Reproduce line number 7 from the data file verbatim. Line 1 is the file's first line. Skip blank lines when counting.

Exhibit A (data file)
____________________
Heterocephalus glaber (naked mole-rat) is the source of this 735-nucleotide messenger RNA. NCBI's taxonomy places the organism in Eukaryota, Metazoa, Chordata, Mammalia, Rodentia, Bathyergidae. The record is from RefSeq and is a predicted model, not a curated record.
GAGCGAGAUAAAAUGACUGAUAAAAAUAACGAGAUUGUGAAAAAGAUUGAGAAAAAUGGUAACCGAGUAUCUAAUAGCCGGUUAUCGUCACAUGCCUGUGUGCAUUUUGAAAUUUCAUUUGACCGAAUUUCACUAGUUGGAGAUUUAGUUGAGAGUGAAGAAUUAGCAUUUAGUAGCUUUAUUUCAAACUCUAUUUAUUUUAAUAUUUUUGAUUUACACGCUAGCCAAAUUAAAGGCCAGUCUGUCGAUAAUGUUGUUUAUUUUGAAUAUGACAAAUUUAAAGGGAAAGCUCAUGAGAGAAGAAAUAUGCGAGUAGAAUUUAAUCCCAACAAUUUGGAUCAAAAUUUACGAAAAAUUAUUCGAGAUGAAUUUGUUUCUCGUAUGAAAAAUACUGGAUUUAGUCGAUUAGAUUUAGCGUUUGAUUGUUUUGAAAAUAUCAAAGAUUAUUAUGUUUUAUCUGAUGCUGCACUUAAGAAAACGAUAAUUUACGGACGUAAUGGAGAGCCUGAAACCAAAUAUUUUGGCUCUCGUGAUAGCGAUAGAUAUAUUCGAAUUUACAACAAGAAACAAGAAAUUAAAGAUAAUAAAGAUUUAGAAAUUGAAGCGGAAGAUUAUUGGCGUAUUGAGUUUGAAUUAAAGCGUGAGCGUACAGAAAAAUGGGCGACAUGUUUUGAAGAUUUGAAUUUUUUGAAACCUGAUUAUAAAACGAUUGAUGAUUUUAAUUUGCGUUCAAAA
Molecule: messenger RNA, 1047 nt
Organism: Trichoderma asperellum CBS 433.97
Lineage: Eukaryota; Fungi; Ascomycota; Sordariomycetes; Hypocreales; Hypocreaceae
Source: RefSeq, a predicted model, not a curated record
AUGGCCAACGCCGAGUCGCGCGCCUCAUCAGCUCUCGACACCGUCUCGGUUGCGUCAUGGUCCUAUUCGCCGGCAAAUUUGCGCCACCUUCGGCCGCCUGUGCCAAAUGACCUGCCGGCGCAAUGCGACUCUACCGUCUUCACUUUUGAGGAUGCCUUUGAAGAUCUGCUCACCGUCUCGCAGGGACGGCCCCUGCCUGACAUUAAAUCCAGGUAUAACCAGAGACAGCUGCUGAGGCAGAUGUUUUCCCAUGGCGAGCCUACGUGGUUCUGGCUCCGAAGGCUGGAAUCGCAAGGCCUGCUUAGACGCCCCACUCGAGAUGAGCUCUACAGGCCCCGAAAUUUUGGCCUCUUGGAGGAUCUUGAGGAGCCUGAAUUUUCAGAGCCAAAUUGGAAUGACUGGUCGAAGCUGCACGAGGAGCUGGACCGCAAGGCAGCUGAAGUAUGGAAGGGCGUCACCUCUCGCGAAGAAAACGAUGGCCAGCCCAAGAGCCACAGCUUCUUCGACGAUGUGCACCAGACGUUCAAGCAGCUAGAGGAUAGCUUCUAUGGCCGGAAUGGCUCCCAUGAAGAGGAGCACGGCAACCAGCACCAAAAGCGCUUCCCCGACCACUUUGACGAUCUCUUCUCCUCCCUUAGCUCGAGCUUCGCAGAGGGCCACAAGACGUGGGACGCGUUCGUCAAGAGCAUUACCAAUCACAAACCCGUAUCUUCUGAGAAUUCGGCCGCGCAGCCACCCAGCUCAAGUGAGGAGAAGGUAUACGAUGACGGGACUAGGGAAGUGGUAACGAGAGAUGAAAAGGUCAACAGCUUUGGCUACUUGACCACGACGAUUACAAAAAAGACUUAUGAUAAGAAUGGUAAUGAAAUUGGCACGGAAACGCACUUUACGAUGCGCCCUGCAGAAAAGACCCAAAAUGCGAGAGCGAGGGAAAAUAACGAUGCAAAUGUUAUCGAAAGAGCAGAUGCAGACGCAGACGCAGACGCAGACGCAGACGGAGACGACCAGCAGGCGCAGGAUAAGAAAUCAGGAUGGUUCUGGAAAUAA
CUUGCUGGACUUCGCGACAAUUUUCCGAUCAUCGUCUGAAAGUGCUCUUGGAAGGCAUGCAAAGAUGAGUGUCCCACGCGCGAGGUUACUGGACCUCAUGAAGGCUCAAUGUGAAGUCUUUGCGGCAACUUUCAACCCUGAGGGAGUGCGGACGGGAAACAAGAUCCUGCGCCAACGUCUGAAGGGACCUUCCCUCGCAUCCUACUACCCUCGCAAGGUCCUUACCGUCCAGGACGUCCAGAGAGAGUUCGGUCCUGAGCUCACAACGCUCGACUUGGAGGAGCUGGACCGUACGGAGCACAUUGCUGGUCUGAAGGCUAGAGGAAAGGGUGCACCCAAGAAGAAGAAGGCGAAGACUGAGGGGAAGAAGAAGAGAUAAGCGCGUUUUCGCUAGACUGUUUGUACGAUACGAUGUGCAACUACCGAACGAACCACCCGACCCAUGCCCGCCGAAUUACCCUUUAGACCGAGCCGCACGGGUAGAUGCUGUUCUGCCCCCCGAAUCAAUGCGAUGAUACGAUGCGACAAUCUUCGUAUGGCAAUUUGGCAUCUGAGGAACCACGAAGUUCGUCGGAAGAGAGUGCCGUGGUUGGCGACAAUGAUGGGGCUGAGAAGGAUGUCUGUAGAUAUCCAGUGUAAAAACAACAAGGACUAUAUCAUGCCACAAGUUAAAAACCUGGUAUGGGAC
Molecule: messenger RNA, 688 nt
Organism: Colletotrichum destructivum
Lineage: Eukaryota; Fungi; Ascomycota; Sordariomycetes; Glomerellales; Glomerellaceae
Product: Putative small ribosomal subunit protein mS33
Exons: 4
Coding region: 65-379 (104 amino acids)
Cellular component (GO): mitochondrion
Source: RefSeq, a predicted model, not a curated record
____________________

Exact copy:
AUGGCCAACGCCGAGUCGCGCGCCUCAUCAGCUCUCGACACCGUCUCGGUUGCGUCAUGGUCCUAUUCGCCGGCAAAUUUGCGCCACCUUCGGCCGCCUGUGCCAAAUGACCUGCCGGCGCAAUGCGACUCUACCGUCUUCACUUUUGAGGAUGCCUUUGAAGAUCUGCUCACCGUCUCGCAGGGACGGCCCCUGCCUGACAUUAAAUCCAGGUAUAACCAGAGACAGCUGCUGAGGCAGAUGUUUUCCCAUGGCGAGCCUACGUGGUUCUGGCUCCGAAGGCUGGAAUCGCAAGGCCUGCUUAGACGCCCCACUCGAGAUGAGCUCUACAGGCCCCGAAAUUUUGGCCUCUUGGAGGAUCUUGAGGAGCCUGAAUUUUCAGAGCCAAAUUGGAAUGACUGGUCGAAGCUGCACGAGGAGCUGGACCGCAAGGCAGCUGAAGUAUGGAAGGGCGUCACCUCUCGCGAAGAAAACGAUGGCCAGCCCAAGAGCCACAGCUUCUUCGACGAUGUGCACCAGACGUUCAAGCAGCUAGAGGAUAGCUUCUAUGGCCGGAAUGGCUCCCAUGAAGAGGAGCACGGCAACCAGCACCAAAAGCGCUUCCCCGACCACUUUGACGAUCUCUUCUCCUCCCUUAGCUCGAGCUUCGCAGAGGGCCACAAGACGUGGGACGCGUUCGUCAAGAGCAUUACCAAUCACAAACCCGUAUCUUCUGAGAAUUCGGCCGCGCAGCCACCCAGCUCAAGUGAGGAGAAGGUAUACGAUGACGGGACUAGGGAAGUGGUAACGAGAGAUGAAAAGGUCAACAGCUUUGGCUACUUGACCACGACGAUUACAAAAAAGACUUAUGAUAAGAAUGGUAAUGAAAUUGGCACGGAAACGCACUUUACGAUGCGCCCUGCAGAAAAGACCCAAAAUGCGAGAGCGAGGGAAAAUAACGAUGCAAAUGUUAUCGAAAGAGCAGAUGCAGACGCAGACGCAGACGCAGACGCAGACGGAGACGACCAGCAGGCGCAGGAUAAGAAAUCAGGAUGGUUCUGGAAAUAA